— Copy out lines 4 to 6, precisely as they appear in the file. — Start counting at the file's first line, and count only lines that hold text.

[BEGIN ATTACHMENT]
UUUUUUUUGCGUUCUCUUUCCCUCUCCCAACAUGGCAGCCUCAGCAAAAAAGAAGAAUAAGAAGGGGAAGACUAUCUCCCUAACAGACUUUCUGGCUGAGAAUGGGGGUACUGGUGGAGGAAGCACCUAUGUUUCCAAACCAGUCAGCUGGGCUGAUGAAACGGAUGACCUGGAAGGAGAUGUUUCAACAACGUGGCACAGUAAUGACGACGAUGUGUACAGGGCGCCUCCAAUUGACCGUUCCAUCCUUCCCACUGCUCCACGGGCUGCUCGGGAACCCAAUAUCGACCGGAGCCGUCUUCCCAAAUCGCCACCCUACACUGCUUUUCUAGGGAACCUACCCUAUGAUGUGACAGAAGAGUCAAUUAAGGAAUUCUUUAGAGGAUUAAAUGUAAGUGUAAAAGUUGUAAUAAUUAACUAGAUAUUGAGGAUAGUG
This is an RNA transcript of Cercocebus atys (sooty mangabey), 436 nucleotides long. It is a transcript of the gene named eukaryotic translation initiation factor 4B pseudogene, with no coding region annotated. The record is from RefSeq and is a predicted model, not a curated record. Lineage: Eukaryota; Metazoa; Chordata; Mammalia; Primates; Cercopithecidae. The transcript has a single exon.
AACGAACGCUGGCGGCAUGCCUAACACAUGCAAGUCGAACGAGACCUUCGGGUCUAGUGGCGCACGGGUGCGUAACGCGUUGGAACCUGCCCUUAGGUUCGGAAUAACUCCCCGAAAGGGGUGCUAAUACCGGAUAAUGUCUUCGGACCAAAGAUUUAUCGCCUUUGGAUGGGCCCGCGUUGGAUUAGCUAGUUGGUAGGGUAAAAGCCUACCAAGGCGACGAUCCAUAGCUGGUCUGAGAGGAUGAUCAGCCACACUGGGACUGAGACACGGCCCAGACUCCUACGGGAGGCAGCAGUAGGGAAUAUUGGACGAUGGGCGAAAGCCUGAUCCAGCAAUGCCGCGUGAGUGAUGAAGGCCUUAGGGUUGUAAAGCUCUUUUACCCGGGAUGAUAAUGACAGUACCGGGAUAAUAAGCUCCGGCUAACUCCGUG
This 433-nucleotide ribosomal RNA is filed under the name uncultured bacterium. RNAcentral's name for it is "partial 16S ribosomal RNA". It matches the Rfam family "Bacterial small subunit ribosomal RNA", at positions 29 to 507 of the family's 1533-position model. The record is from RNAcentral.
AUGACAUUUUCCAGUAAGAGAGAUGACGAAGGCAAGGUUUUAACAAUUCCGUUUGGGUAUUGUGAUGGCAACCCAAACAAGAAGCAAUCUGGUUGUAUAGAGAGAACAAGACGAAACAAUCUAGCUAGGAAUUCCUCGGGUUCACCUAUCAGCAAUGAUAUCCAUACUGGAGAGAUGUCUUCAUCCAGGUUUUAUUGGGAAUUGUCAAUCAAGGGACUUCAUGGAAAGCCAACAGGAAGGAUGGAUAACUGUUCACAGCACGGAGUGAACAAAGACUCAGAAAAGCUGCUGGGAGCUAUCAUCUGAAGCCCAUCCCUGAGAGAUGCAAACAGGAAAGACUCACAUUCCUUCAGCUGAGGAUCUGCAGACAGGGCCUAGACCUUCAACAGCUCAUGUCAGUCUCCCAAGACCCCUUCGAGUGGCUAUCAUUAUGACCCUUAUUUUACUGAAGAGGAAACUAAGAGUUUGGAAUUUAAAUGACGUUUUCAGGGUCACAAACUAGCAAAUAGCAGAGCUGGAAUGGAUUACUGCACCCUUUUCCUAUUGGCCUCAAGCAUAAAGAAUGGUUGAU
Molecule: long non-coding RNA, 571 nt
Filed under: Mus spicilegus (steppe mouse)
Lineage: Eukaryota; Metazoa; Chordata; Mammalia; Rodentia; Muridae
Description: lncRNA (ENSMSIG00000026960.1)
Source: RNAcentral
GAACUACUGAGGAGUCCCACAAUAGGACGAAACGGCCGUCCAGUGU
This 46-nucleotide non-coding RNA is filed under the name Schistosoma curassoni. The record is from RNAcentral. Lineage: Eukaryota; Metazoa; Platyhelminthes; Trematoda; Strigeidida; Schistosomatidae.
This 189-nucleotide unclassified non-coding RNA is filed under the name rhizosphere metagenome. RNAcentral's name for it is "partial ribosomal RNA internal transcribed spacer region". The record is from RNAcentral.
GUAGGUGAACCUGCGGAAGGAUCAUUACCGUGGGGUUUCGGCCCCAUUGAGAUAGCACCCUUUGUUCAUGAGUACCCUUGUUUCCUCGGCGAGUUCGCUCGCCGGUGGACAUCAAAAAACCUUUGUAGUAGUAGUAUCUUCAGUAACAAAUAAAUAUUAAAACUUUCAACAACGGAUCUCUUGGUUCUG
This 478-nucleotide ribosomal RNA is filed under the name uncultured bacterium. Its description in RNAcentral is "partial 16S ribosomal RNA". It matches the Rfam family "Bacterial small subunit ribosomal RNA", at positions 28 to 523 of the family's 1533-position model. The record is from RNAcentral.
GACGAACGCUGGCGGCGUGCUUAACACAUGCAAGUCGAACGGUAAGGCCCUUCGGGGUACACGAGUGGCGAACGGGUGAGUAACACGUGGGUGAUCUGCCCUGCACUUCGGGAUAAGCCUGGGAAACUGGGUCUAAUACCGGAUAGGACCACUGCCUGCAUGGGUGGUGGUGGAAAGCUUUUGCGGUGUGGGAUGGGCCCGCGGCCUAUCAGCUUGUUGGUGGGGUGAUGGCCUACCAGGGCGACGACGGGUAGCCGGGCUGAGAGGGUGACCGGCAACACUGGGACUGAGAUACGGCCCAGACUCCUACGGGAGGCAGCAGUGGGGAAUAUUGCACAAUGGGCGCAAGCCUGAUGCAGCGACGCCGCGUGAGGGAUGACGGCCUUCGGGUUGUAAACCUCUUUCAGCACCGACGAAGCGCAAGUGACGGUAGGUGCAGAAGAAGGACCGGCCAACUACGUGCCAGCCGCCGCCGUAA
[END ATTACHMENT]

This 433-nucleotide ribosomal RNA is filed under the name uncultured bacterium. RNAcentral's name for it is "partial 16S ribosomal RNA". It matches the Rfam family "Bacterial small subunit ribosomal RNA", at positions 29 to 507 of the family's 1533-position model. The record is from RNAcentral.
AUGACAUUUUCCAGUAAGAGAGAUGACGAAGGCAAGGUUUUAACAAUUCCGUUUGGGUAUUGUGAUGGCAACCCAAACAAGAAGCAAUCUGGUUGUAUAGAGAGAACAAGACGAAACAAUCUAGCUAGGAAUUCCUCGGGUUCACCUAUCAGCAAUGAUAUCCAUACUGGAGAGAUGUCUUCAUCCAGGUUUUAUUGGGAAUUGUCAAUCAAGGGACUUCAUGGAAAGCCAACAGGAAGGAUGGAUAACUGUUCACAGCACGGAGUGAACAAAGACUCAGAAAAGCUGCUGGGAGCUAUCAUCUGAAGCCCAUCCCUGAGAGAUGCAAACAGGAAAGACUCACAUUCCUUCAGCUGAGGAUCUGCAGACAGGGCCUAGACCUUCAACAGCUCAUGUCAGUCUCCCAAGACCCCUUCGAGUGGCUAUCAUUAUGACCCUUAUUUUACUGAAGAGGAAACUAAGAGUUUGGAAUUUAAAUGACGUUUUCAGGGUCACAAACUAGCAAAUAGCAGAGCUGGAAUGGAUUACUGCACCCUUUUCCUAUUGGCCUCAAGCAUAAAGAAUGGUUGAU
Molecule: long non-coding RNA, 571 nt